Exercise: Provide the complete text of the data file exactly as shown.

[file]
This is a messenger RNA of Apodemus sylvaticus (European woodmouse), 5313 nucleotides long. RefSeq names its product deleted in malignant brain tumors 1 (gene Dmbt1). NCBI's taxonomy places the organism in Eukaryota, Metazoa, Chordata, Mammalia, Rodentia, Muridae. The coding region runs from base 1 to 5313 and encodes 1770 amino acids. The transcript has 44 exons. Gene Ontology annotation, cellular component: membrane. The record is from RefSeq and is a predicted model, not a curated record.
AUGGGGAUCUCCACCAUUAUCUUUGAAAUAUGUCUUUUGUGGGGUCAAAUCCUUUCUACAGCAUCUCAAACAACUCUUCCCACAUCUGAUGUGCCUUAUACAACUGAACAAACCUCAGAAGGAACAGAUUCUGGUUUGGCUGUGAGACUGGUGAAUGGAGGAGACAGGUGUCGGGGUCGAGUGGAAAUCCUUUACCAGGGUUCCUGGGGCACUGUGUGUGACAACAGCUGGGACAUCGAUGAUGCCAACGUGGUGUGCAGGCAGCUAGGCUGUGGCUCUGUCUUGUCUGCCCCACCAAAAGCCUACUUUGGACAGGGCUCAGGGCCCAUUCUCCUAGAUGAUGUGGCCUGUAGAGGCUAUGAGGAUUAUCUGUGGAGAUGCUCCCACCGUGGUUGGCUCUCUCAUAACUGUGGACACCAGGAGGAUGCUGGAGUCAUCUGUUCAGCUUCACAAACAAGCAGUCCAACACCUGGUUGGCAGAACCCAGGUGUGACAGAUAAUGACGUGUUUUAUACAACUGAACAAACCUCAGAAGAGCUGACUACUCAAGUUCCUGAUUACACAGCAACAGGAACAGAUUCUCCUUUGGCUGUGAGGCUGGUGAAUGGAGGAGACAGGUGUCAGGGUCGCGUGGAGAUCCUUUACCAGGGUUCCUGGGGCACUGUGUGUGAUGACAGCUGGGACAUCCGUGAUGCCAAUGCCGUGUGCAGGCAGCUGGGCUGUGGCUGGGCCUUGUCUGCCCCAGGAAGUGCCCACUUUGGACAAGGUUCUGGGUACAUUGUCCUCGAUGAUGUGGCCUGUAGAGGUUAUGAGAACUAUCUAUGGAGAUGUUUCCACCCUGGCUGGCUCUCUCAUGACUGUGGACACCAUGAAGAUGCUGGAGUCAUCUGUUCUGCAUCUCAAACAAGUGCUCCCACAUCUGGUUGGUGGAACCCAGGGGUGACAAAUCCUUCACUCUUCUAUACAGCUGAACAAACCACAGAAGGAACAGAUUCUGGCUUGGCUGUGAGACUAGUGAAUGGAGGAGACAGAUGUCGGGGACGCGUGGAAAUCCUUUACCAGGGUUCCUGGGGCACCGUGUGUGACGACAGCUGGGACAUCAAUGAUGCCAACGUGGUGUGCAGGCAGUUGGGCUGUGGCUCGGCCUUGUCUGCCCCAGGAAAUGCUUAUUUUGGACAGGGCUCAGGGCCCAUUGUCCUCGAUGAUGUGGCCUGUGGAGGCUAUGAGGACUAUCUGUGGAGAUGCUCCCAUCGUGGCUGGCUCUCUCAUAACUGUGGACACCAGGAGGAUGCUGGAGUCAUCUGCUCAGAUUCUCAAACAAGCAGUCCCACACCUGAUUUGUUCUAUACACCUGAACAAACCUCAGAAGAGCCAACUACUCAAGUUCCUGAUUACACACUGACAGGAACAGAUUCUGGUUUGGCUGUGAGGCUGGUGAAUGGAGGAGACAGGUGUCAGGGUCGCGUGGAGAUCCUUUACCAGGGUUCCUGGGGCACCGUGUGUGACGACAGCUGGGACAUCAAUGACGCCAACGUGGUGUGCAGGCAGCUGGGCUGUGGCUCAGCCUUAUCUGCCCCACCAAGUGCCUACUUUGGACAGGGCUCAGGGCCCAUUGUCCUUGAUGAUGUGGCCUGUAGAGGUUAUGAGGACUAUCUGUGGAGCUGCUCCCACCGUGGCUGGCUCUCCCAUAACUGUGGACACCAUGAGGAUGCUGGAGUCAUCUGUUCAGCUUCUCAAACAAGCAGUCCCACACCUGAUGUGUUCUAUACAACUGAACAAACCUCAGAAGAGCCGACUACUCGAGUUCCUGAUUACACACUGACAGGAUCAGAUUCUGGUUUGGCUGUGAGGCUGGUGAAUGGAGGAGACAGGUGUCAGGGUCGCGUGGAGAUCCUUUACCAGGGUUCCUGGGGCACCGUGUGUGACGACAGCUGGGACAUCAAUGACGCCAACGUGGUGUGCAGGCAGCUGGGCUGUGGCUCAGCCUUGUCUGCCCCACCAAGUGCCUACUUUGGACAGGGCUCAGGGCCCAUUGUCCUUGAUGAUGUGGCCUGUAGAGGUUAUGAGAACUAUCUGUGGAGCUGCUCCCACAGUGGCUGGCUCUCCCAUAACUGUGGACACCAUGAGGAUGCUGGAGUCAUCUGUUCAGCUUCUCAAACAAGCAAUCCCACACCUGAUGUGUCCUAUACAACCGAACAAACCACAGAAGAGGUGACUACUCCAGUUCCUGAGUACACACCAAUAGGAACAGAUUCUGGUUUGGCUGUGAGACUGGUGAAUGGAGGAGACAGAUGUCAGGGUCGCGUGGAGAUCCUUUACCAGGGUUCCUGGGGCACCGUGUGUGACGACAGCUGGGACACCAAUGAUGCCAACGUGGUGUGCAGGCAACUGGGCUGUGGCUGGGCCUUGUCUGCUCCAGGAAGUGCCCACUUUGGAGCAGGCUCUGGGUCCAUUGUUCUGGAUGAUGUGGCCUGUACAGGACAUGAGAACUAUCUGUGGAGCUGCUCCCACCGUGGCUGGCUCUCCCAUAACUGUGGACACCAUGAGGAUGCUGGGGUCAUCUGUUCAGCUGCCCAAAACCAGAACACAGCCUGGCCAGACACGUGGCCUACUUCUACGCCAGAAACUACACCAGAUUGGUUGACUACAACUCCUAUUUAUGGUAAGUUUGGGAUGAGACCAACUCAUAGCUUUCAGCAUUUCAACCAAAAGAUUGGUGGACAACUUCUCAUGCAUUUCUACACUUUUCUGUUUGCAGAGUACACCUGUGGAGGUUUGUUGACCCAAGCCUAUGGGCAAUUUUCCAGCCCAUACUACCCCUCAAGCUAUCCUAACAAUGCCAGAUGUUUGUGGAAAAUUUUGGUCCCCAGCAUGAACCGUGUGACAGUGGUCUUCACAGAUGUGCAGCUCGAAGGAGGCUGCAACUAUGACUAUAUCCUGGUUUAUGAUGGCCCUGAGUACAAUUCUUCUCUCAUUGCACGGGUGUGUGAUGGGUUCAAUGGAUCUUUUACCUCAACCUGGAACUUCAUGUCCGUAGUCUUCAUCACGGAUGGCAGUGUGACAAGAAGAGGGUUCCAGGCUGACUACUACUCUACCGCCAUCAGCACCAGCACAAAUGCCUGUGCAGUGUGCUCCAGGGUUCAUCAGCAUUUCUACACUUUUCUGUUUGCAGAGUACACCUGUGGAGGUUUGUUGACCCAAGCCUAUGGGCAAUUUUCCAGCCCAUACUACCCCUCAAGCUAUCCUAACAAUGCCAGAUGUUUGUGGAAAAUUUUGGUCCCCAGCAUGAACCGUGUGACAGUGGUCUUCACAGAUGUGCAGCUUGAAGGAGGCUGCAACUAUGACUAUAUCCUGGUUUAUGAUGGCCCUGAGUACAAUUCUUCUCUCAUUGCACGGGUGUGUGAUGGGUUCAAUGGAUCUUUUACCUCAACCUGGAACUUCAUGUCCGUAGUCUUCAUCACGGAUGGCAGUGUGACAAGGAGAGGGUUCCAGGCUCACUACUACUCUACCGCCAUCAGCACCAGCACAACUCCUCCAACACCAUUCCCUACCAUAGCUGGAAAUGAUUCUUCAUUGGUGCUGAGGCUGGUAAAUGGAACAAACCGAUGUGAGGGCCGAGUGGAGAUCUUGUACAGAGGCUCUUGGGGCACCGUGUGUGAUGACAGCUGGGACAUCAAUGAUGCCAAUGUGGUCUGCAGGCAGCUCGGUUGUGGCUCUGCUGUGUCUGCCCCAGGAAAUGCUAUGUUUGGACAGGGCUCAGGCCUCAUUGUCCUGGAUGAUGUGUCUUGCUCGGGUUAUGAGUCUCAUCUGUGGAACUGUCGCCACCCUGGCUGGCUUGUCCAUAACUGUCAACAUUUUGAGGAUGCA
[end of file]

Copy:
This is a messenger RNA of Apodemus sylvaticus (European woodmouse), 5313 nucleotides long. RefSeq names its product deleted in malignant brain tumors 1 (gene Dmbt1). NCBI's taxonomy places the organism in Eukaryota, Metazoa, Chordata, Mammalia, Rodentia, Muridae. The coding region runs from base 1 to 5313 and encodes 1770 amino acids. The transcript has 44 exons. Gene Ontology annotation, cellular component: membrane. The record is from RefSeq and is a predicted model, not a curated record.
AUGGGGAUCUCCACCAUUAUCUUUGAAAUAUGUCUUUUGUGGGGUCAAAUCCUUUCUACAGCAUCUCAAACAACUCUUCCCACAUCUGAUGUGCCUUAUACAACUGAACAAACCUCAGAAGGAACAGAUUCUGGUUUGGCUGUGAGACUGGUGAAUGGAGGAGACAGGUGUCGGGGUCGAGUGGAAAUCCUUUACCAGGGUUCCUGGGGCACUGUGUGUGACAACAGCUGGGACAUCGAUGAUGCCAACGUGGUGUGCAGGCAGCUAGGCUGUGGCUCUGUCUUGUCUGCCCCACCAAAAGCCUACUUUGGACAGGGCUCAGGGCCCAUUCUCCUAGAUGAUGUGGCCUGUAGAGGCUAUGAGGAUUAUCUGUGGAGAUGCUCCCACCGUGGUUGGCUCUCUCAUAACUGUGGACACCAGGAGGAUGCUGGAGUCAUCUGUUCAGCUUCACAAACAAGCAGUCCAACACCUGGUUGGCAGAACCCAGGUGUGACAGAUAAUGACGUGUUUUAUACAACUGAACAAACCUCAGAAGAGCUGACUACUCAAGUUCCUGAUUACACAGCAACAGGAACAGAUUCUCCUUUGGCUGUGAGGCUGGUGAAUGGAGGAGACAGGUGUCAGGGUCGCGUGGAGAUCCUUUACCAGGGUUCCUGGGGCACUGUGUGUGAUGACAGCUGGGACAUCCGUGAUGCCAAUGCCGUGUGCAGGCAGCUGGGCUGUGGCUGGGCCUUGUCUGCCCCAGGAAGUGCCCACUUUGGACAAGGUUCUGGGUACAUUGUCCUCGAUGAUGUGGCCUGUAGAGGUUAUGAGAACUAUCUAUGGAGAUGUUUCCACCCUGGCUGGCUCUCUCAUGACUGUGGACACCAUGAAGAUGCUGGAGUCAUCUGUUCUGCAUCUCAAACAAGUGCUCCCACAUCUGGUUGGUGGAACCCAGGGGUGACAAAUCCUUCACUCUUCUAUACAGCUGAACAAACCACAGAAGGAACAGAUUCUGGCUUGGCUGUGAGACUAGUGAAUGGAGGAGACAGAUGUCGGGGACGCGUGGAAAUCCUUUACCAGGGUUCCUGGGGCACCGUGUGUGACGACAGCUGGGACAUCAAUGAUGCCAACGUGGUGUGCAGGCAGUUGGGCUGUGGCUCGGCCUUGUCUGCCCCAGGAAAUGCUUAUUUUGGACAGGGCUCAGGGCCCAUUGUCCUCGAUGAUGUGGCCUGUGGAGGCUAUGAGGACUAUCUGUGGAGAUGCUCCCAUCGUGGCUGGCUCUCUCAUAACUGUGGACACCAGGAGGAUGCUGGAGUCAUCUGCUCAGAUUCUCAAACAAGCAGUCCCACACCUGAUUUGUUCUAUACACCUGAACAAACCUCAGAAGAGCCAACUACUCAAGUUCCUGAUUACACACUGACAGGAACAGAUUCUGGUUUGGCUGUGAGGCUGGUGAAUGGAGGAGACAGGUGUCAGGGUCGCGUGGAGAUCCUUUACCAGGGUUCCUGGGGCACCGUGUGUGACGACAGCUGGGACAUCAAUGACGCCAACGUGGUGUGCAGGCAGCUGGGCUGUGGCUCAGCCUUAUCUGCCCCACCAAGUGCCUACUUUGGACAGGGCUCAGGGCCCAUUGUCCUUGAUGAUGUGGCCUGUAGAGGUUAUGAGGACUAUCUGUGGAGCUGCUCCCACCGUGGCUGGCUCUCCCAUAACUGUGGACACCAUGAGGAUGCUGGAGUCAUCUGUUCAGCUUCUCAAACAAGCAGUCCCACACCUGAUGUGUUCUAUACAACUGAACAAACCUCAGAAGAGCCGACUACUCGAGUUCCUGAUUACACACUGACAGGAUCAGAUUCUGGUUUGGCUGUGAGGCUGGUGAAUGGAGGAGACAGGUGUCAGGGUCGCGUGGAGAUCCUUUACCAGGGUUCCUGGGGCACCGUGUGUGACGACAGCUGGGACAUCAAUGACGCCAACGUGGUGUGCAGGCAGCUGGGCUGUGGCUCAGCCUUGUCUGCCCCACCAAGUGCCUACUUUGGACAGGGCUCAGGGCCCAUUGUCCUUGAUGAUGUGGCCUGUAGAGGUUAUGAGAACUAUCUGUGGAGCUGCUCCCACAGUGGCUGGCUCUCCCAUAACUGUGGACACCAUGAGGAUGCUGGAGUCAUCUGUUCAGCUUCUCAAACAAGCAAUCCCACACCUGAUGUGUCCUAUACAACCGAACAAACCACAGAAGAGGUGACUACUCCAGUUCCUGAGUACACACCAAUAGGAACAGAUUCUGGUUUGGCUGUGAGACUGGUGAAUGGAGGAGACAGAUGUCAGGGUCGCGUGGAGAUCCUUUACCAGGGUUCCUGGGGCACCGUGUGUGACGACAGCUGGGACACCAAUGAUGCCAACGUGGUGUGCAGGCAACUGGGCUGUGGCUGGGCCUUGUCUGCUCCAGGAAGUGCCCACUUUGGAGCAGGCUCUGGGUCCAUUGUUCUGGAUGAUGUGGCCUGUACAGGACAUGAGAACUAUCUGUGGAGCUGCUCCCACCGUGGCUGGCUCUCCCAUAACUGUGGACACCAUGAGGAUGCUGGGGUCAUCUGUUCAGCUGCCCAAAACCAGAACACAGCCUGGCCAGACACGUGGCCUACUUCUACGCCAGAAACUACACCAGAUUGGUUGACUACAACUCCUAUUUAUGGUAAGUUUGGGAUGAGACCAACUCAUAGCUUUCAGCAUUUCAACCAAAAGAUUGGUGGACAACUUCUCAUGCAUUUCUACACUUUUCUGUUUGCAGAGUACACCUGUGGAGGUUUGUUGACCCAAGCCUAUGGGCAAUUUUCCAGCCCAUACUACCCCUCAAGCUAUCCUAACAAUGCCAGAUGUUUGUGGAAAAUUUUGGUCCCCAGCAUGAACCGUGUGACAGUGGUCUUCACAGAUGUGCAGCUCGAAGGAGGCUGCAACUAUGACUAUAUCCUGGUUUAUGAUGGCCCUGAGUACAAUUCUUCUCUCAUUGCACGGGUGUGUGAUGGGUUCAAUGGAUCUUUUACCUCAACCUGGAACUUCAUGUCCGUAGUCUUCAUCACGGAUGGCAGUGUGACAAGAAGAGGGUUCCAGGCUGACUACUACUCUACCGCCAUCAGCACCAGCACAAAUGCCUGUGCAGUGUGCUCCAGGGUUCAUCAGCAUUUCUACACUUUUCUGUUUGCAGAGUACACCUGUGGAGGUUUGUUGACCCAAGCCUAUGGGCAAUUUUCCAGCCCAUACUACCCCUCAAGCUAUCCUAACAAUGCCAGAUGUUUGUGGAAAAUUUUGGUCCCCAGCAUGAACCGUGUGACAGUGGUCUUCACAGAUGUGCAGCUUGAAGGAGGCUGCAACUAUGACUAUAUCCUGGUUUAUGAUGGCCCUGAGUACAAUUCUUCUCUCAUUGCACGGGUGUGUGAUGGGUUCAAUGGAUCUUUUACCUCAACCUGGAACUUCAUGUCCGUAGUCUUCAUCACGGAUGGCAGUGUGACAAGGAGAGGGUUCCAGGCUCACUACUACUCUACCGCCAUCAGCACCAGCACAACUCCUCCAACACCAUUCCCUACCAUAGCUGGAAAUGAUUCUUCAUUGGUGCUGAGGCUGGUAAAUGGAACAAACCGAUGUGAGGGCCGAGUGGAGAUCUUGUACAGAGGCUCUUGGGGCACCGUGUGUGAUGACAGCUGGGACAUCAAUGAUGCCAAUGUGGUCUGCAGGCAGCUCGGUUGUGGCUCUGCUGUGUCUGCCCCAGGAAAUGCUAUGUUUGGACAGGGCUCAGGCCUCAUUGUCCUGGAUGAUGUGUCUUGCUCGGGUUAUGAGUCUCAUCUGUGGAACUGUCGCCACCCUGGCUGGCUUGUCCAUAACUGUCAACAUUUUGAGGAUGCA